The impact of the improvement in internal medicine consultation process on ED length of stay

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Abstract

Introduction:

Although consultations are essential for delivering safe, high-quality care to patients in emergency departments, they contribute to emergency department patient flow problems and overcrowding which is associated with several adverse outcomes, such as increases in patient mortality and poor quality care. This study aimed to investigate how time flow metrics including emergency department length of stay is influenced by changes to the internal medicine consultation policy.

Method:

This study is a pre- and post-controlled interventional study. We attempted to improve the internal medicine consultation process to be more concise. After the intervention, only attending emergency physicians consult internal medicine chief residents, clinical fellows, or junior staff of each internal medicine subspecialty who were on duty when patients required special care or an admission to internal medicine.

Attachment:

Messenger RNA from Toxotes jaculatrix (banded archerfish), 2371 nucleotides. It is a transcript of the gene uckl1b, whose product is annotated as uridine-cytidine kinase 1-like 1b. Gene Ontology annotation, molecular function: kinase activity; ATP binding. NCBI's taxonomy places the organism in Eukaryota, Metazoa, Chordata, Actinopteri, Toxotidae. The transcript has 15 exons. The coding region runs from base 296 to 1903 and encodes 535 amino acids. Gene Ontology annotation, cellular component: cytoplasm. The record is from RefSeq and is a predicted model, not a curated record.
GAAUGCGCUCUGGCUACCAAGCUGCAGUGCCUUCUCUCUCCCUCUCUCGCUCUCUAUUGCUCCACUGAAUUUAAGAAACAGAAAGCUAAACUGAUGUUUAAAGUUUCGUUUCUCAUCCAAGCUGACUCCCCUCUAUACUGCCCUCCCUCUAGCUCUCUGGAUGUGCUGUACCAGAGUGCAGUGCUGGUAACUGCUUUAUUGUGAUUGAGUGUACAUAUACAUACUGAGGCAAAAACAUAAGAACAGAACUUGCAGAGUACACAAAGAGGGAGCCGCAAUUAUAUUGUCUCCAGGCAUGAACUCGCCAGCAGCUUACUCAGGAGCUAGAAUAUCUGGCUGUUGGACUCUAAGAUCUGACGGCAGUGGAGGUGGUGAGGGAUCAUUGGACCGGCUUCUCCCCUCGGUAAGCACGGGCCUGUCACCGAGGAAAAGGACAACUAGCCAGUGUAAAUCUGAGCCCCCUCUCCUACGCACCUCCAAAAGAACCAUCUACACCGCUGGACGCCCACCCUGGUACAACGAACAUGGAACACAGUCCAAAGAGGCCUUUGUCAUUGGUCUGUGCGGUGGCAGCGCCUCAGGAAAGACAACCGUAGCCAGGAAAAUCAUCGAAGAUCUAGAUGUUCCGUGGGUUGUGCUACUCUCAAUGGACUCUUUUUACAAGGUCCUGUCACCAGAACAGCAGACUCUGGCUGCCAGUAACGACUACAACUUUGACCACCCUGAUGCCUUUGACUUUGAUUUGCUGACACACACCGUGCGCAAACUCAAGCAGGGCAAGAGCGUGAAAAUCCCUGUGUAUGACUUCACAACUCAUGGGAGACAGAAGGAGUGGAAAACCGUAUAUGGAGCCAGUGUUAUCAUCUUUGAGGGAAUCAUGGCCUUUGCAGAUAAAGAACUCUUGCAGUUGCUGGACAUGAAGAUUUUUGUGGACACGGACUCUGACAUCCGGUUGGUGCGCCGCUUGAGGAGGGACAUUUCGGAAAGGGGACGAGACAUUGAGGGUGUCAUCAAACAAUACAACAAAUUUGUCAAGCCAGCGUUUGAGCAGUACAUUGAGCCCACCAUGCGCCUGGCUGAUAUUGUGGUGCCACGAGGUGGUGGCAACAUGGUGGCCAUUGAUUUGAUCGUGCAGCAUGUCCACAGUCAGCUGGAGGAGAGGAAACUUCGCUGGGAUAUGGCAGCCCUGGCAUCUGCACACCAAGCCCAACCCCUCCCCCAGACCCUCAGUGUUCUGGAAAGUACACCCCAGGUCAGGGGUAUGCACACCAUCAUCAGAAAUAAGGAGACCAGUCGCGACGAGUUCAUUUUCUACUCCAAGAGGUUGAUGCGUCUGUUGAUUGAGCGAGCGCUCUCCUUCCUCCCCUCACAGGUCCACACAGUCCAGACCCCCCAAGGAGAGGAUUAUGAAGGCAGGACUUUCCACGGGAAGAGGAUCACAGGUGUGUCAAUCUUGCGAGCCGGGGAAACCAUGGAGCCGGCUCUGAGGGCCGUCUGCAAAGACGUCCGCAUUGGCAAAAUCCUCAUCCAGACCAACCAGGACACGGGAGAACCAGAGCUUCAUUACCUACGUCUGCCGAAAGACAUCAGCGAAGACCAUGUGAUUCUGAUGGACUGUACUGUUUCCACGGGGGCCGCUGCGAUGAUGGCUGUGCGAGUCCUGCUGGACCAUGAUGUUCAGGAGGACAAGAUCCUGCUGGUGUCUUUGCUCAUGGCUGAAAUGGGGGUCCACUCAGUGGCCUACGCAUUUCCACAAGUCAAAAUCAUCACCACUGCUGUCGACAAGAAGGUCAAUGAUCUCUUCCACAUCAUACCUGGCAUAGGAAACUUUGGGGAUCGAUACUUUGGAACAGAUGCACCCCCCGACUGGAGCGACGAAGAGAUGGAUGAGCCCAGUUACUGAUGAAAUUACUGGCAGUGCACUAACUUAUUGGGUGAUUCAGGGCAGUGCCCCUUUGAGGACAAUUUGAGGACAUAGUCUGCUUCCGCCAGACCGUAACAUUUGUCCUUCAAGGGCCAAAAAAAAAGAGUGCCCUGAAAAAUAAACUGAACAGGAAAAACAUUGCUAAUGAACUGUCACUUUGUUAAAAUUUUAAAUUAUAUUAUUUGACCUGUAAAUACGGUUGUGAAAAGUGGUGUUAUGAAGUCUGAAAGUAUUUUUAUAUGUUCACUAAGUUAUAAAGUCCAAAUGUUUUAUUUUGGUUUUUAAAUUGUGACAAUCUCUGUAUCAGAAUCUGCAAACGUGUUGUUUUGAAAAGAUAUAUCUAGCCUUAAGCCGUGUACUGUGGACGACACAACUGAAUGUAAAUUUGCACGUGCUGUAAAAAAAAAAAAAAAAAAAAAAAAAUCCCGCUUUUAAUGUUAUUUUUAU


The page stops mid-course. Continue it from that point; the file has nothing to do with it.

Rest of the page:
Results:

Emergency department length of stay of patients admitted to the department of internal medicine prior to and after the intervention decreased from 996.94 min to 706.62 min. The times from consultation order to admission order and admission order to emergency department departure prior to and after the intervention were decreased from 359.59 min to 180.38 min and from 481.89 min to 362.37 min, respectively. The inpatient mortality rates and Inpatient bed occupancy rates prior to and after the intervention were similar.

Conclusion:

The improvements in the internal medicine consultation process affected the flow time metrics. Therefore, more comprehensive and cooperative strategies need to be developed to reduce the time cycle metrics and overcrowding of all patients in the emergency department.

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